Solving the “Natural” Equation


Making sustainable synthetics that are topically harmless can create safer products while reducing industry’s impacts on the environment. While this solution is not perfect, in my estimation, it would represent a significant and effective step in the right direction. But how do we get there?

Fixing Our Broken Industry Vocabulary

To begin this process, I have a proposal: Instead of using the word “natural” when it comes to cosmetic ingredients, let’s, as an industry, define and use the term “more sustainable.”

“There is no legal definition of natural” is often said, but completely incorrect. In fact, the term “naturally occurring substances” is already defined under in the U.S. Environmental Protection Agency (EPA) regulations and in EU law in almost identical termsa:

“A naturally occurring substance is any chemical substance that is naturally occurring, and which is: (1) unprocessed; (2) processed only by manual, mechanical, or gravitational means; by dissolution in water; by flotation; or by heating solely to remove water; or (3) extracted from air by any means.”

The U.S. law makes explicit that these substances must come from plants, mining or the atmosphere and that the processing must not change the basic molecular structure of the substance. While the EPA definition includes petroleum because it comprises ancient algae and zooplankton, we will largely exclude it from this proposal in consideration of the preferences of “natural” consumers.

What the Consumer Really Means by “Natural”

The way the terms “natural/organic”—and, conversely, “synthetic” or “chemical”— are used in the consumer sphere makes it obvious that the public conflates “natural/organic” with “safety.” Consumers, particularly digital natives, have developed deep suspicions about what they perceive to be “chemicalsb.” Regardless of the more nuanced reality of cosmetic ingredients, it cannot be denied that the consumer wants what the consumer wants.

Brands Aren’t Ready to Address “Natural”

This digital buyer has become the driving force for a whole generation of products that appear to be causing even the mega brand owners to invest in and/or develop their own “natural” brands. Unfortunately, when you question investment firms, R&D folks and brand owners in these projects about how they define “natural,” they really can’t provide an answer without a bit of a stutter.

The Proposed Solution

There are (at least) a few truths we need to address to solve the terminology disconnect.

  • Natural and synthetic chemicals are needed for product functionality
  • Consumers need to trust the products and the chemicals they see on their labels.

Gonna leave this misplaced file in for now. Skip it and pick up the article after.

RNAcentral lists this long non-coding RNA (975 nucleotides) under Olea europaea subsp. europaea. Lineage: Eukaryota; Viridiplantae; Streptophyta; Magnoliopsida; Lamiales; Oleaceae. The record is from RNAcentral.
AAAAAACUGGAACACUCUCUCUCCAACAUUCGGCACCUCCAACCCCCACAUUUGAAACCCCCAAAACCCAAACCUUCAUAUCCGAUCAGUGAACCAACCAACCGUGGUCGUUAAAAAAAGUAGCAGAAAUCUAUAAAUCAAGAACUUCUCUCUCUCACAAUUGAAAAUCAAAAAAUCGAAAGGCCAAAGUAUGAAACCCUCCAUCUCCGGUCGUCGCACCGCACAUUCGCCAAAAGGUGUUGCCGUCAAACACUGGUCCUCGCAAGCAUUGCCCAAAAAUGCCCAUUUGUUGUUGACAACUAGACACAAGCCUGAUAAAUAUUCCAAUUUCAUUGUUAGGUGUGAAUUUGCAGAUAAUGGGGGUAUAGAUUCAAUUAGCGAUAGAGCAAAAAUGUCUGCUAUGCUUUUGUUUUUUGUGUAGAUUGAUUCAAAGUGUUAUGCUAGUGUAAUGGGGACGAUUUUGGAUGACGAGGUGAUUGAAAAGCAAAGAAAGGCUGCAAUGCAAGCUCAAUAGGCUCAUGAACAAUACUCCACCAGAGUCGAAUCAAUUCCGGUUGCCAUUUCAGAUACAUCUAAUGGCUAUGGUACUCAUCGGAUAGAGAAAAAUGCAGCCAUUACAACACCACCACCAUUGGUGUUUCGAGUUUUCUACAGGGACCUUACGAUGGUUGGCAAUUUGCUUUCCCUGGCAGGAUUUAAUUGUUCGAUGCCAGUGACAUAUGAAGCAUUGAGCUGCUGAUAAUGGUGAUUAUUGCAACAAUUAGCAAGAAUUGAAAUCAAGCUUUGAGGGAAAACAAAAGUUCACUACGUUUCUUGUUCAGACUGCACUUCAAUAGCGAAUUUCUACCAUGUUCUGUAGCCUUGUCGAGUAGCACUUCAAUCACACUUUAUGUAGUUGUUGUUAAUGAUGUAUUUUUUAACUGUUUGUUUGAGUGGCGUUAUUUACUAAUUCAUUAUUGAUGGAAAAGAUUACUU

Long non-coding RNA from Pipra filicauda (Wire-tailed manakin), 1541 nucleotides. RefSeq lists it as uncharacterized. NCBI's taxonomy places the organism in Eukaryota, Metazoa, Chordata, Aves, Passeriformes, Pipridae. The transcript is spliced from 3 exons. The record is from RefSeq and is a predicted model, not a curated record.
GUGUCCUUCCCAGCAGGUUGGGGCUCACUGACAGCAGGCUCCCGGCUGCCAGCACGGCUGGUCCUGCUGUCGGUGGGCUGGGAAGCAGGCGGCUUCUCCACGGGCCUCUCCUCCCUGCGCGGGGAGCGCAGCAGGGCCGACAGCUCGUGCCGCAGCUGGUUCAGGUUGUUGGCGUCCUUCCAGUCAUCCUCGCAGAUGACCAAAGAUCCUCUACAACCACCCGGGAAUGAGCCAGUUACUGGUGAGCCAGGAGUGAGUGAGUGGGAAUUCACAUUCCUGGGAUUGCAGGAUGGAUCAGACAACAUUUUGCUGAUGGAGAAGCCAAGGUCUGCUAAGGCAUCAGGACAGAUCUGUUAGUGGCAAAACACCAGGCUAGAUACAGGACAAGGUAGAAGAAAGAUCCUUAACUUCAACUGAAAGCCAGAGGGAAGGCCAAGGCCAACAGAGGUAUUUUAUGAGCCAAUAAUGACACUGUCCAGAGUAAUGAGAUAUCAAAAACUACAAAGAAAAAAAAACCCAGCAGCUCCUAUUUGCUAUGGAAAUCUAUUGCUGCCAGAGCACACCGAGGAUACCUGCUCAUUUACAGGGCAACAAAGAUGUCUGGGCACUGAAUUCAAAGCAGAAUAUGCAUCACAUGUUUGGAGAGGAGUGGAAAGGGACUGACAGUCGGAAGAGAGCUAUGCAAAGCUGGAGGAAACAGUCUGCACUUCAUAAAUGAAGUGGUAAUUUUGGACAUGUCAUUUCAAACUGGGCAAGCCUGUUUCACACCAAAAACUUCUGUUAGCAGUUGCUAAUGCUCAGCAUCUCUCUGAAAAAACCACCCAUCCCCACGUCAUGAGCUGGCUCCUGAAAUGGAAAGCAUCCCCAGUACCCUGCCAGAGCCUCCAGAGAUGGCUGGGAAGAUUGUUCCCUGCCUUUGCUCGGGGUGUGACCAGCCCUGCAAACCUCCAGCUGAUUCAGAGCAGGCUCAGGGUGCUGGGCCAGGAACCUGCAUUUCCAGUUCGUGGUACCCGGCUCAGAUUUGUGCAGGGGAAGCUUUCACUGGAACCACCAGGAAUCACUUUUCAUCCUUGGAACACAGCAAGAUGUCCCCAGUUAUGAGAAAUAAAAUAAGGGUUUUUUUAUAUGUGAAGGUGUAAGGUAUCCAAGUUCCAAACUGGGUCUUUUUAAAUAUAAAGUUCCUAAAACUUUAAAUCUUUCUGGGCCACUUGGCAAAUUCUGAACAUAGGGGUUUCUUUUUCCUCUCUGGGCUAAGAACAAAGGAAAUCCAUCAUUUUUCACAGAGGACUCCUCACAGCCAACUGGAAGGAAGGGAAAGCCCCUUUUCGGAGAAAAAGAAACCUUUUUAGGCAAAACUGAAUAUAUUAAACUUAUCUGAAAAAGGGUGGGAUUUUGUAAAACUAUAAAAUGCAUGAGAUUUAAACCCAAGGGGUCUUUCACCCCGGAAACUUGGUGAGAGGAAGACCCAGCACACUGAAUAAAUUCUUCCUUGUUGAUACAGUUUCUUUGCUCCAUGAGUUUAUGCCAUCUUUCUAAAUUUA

• The entire beauty and personal care industry needs to share and repeat a consistent message to its consumers to avoid confusion and distrust

My proposed solution focuses on swapping in the terms “sustainability” and “transparency” in lieu of “natural.” Under this definition, sustainability is defined by producing and/or applying environmentally and topically safe chemicals using only naturally occurring substances. This would exclude most petroleum chemicals, except a few processing chemicals typically exempted under organic and natural standards, including pure sulfur and hydrogen, which are by-products of petroleum processing.

The 12 Principles of Green Chemistry, as defined by originators John Warner and Paul Anastasc in the 1990s, would serve as a guide to how these raw materials can be processed into “safer” chemicals. It should be noted that this approach has been adopted by most of the private organic and natural cosmetic standards, including COSMOS, Natrue, NSF-305 and the Natural Products Association.

If we can transparently explain to consumers the basic concepts noted above, it is possible for formulators to develop and use a functional palette of ingredients in beauty, personal care and household cleaners that meets consumer expectations for “safe” and assures them that they are receiving naturally derived ingredients, all based on existing legal and academic architecture.

The formulation side of the beauty and personal care industry needs a consistent and shared way to discuss formula development with brands that will address rising consumer concerns. Green chemistry that leverages naturally occurring substances appears to be a potentially useful tool for working with today’s market expectations and technical limitations.

Gay Timmons is the founder of Oh, Oh Organic, Inc. Her 40-year career has focused on agricultural products, particularly organic ingredients. Timmons’ experience includes ingredient sales, private label processing for food items and cosmetic materials. She is the current chair of the board of the Natural & Organic Health & Beauty Alliance trade organization.


a“Scope of the inventory,” 40 CFR 710.4(b)

bEditor’s note: Here, it should be noted that, although the term “chemical” is often used as a colloquial pejorative in reference to synthetic or “problematic” ingredients, all matter in the universe that contains atoms—natural and synthesized—is composed of chemicals. The term “chemical” has no scientific correlation to safety, risk or hazard.

cAnastas, P. T.; Warner, J. C.; “Green Chemistry: Theory and Practice”; Oxford University Press: Oxford, 1998

More in Skin Care